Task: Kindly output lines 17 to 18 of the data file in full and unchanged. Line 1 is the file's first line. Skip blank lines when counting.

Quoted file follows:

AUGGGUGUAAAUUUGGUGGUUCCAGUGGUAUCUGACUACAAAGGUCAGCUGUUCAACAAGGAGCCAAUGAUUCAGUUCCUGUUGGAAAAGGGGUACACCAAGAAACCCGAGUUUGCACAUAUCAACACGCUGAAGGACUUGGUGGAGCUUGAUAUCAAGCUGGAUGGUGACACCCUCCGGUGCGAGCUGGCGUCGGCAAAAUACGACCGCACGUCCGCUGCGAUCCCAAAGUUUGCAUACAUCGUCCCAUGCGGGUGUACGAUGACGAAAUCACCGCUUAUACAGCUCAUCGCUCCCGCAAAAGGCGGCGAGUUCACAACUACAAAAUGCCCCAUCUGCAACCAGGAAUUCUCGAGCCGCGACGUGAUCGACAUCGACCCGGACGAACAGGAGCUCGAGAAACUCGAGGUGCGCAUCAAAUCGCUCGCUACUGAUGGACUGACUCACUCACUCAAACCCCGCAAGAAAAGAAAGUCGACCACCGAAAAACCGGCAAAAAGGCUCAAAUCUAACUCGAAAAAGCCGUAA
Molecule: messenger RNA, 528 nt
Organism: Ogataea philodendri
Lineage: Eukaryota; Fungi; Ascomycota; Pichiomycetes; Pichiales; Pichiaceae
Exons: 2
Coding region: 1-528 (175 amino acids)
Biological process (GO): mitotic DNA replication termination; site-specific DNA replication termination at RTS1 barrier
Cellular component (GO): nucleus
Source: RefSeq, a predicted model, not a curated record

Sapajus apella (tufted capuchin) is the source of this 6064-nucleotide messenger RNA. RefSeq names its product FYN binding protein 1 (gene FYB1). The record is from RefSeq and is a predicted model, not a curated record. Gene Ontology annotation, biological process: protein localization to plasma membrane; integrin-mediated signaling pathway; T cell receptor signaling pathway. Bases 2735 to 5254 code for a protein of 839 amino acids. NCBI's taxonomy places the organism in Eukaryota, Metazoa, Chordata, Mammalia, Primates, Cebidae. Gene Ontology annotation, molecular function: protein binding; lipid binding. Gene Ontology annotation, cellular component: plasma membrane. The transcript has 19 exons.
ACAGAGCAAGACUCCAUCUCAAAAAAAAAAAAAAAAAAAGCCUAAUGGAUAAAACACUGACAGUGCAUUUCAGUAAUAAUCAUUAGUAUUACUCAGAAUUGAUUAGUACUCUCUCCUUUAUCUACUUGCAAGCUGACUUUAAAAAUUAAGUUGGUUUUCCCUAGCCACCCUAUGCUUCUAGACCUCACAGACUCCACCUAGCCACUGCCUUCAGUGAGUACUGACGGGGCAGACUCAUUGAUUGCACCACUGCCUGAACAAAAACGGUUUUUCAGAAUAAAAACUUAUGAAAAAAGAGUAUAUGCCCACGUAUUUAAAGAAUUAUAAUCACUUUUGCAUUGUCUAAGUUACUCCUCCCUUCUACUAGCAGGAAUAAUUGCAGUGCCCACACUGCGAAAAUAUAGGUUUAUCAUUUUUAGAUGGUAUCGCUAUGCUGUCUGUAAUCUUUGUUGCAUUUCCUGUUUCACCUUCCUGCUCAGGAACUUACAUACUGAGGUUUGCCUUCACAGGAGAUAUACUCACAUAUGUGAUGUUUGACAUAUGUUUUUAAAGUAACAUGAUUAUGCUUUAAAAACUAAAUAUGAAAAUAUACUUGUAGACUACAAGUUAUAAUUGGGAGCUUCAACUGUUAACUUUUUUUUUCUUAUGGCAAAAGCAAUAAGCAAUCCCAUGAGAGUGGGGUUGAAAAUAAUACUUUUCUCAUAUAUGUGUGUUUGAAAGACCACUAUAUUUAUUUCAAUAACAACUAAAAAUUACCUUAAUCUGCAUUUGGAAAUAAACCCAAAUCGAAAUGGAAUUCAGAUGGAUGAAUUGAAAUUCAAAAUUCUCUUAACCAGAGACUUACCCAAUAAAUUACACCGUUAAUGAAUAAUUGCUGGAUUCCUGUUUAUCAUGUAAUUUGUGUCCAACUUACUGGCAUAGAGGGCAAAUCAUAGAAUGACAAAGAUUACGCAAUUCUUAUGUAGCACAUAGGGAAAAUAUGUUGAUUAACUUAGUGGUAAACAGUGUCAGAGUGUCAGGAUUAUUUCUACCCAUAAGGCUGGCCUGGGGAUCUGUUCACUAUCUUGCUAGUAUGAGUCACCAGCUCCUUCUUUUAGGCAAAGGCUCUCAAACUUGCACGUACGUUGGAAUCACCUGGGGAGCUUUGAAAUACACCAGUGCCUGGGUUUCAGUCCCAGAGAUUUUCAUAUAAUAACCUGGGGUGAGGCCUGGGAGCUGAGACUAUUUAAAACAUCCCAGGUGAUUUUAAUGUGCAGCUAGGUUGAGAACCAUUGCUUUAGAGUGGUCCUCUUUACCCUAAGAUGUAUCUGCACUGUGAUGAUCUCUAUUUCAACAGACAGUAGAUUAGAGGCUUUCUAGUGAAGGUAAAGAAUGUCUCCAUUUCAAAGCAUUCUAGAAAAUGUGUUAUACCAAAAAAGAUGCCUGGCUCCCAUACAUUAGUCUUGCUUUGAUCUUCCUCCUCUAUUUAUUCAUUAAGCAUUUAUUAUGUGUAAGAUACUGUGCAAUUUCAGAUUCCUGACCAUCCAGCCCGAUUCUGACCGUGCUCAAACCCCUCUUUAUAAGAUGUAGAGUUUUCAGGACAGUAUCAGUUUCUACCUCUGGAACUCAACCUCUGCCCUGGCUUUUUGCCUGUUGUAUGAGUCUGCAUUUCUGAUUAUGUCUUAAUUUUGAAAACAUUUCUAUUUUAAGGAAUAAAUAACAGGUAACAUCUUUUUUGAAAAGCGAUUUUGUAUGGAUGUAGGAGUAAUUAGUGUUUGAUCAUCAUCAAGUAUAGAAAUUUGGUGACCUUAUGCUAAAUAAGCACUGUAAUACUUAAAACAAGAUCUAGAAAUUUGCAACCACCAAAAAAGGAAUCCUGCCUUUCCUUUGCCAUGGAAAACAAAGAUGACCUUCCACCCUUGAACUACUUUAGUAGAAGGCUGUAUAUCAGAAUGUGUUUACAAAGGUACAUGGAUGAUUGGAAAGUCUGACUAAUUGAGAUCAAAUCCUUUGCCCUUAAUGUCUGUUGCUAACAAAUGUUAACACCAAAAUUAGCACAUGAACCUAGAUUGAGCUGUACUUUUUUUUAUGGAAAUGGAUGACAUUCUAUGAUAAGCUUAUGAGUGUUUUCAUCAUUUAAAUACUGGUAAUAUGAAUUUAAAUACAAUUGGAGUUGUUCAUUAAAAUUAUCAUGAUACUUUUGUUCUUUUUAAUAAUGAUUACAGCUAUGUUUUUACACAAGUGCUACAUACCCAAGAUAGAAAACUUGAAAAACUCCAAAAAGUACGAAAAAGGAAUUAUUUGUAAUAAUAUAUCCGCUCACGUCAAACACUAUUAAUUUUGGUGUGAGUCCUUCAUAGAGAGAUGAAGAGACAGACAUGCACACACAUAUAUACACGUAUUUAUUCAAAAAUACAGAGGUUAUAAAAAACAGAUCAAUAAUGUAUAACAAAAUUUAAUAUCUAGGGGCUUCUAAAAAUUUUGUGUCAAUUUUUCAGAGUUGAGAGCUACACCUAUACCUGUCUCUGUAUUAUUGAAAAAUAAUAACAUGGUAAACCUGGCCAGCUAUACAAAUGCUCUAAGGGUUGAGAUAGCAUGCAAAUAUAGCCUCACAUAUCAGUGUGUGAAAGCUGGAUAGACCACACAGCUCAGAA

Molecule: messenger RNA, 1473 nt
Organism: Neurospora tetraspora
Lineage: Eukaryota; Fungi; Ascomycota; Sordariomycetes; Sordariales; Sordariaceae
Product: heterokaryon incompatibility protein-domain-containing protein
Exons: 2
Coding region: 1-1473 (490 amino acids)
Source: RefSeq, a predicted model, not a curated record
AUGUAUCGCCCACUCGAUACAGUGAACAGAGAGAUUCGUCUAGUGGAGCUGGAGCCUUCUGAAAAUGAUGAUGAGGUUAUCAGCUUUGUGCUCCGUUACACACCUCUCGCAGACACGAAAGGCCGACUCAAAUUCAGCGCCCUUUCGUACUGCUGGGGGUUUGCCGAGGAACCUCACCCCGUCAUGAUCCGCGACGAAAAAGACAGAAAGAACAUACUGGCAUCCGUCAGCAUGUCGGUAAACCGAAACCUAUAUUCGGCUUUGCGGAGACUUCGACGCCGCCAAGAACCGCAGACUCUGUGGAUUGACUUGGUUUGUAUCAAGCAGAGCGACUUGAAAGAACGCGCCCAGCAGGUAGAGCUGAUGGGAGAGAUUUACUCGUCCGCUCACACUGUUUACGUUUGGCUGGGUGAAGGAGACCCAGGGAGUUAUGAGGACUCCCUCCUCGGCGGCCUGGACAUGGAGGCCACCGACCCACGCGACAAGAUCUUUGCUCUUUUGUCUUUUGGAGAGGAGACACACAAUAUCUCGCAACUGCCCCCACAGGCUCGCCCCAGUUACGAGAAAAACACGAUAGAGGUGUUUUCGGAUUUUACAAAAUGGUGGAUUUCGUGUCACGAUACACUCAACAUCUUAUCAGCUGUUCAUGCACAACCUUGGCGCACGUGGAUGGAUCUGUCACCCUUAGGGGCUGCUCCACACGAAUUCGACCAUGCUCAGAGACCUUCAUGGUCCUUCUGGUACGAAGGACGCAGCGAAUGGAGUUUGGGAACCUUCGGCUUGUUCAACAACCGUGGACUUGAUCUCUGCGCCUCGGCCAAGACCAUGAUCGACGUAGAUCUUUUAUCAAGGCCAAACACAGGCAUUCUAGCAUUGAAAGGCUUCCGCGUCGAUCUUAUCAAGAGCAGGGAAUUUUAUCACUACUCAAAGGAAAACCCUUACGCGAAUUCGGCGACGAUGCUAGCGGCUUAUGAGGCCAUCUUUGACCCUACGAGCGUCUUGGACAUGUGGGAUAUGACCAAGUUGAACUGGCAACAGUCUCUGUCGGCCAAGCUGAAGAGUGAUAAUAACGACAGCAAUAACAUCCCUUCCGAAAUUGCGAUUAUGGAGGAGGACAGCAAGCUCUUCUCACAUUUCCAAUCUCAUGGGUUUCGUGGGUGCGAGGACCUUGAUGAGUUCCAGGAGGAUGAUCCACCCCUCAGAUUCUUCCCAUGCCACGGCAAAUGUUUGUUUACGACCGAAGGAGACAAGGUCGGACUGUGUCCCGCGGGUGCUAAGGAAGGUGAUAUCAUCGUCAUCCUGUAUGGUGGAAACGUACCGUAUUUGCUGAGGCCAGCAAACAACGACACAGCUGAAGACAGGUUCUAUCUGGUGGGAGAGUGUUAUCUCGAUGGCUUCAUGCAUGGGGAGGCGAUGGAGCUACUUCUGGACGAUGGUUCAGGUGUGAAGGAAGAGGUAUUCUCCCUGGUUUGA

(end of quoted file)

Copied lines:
Coding region: 1-1473 (490 amino acids)
Source: RefSeq, a predicted model, not a curated record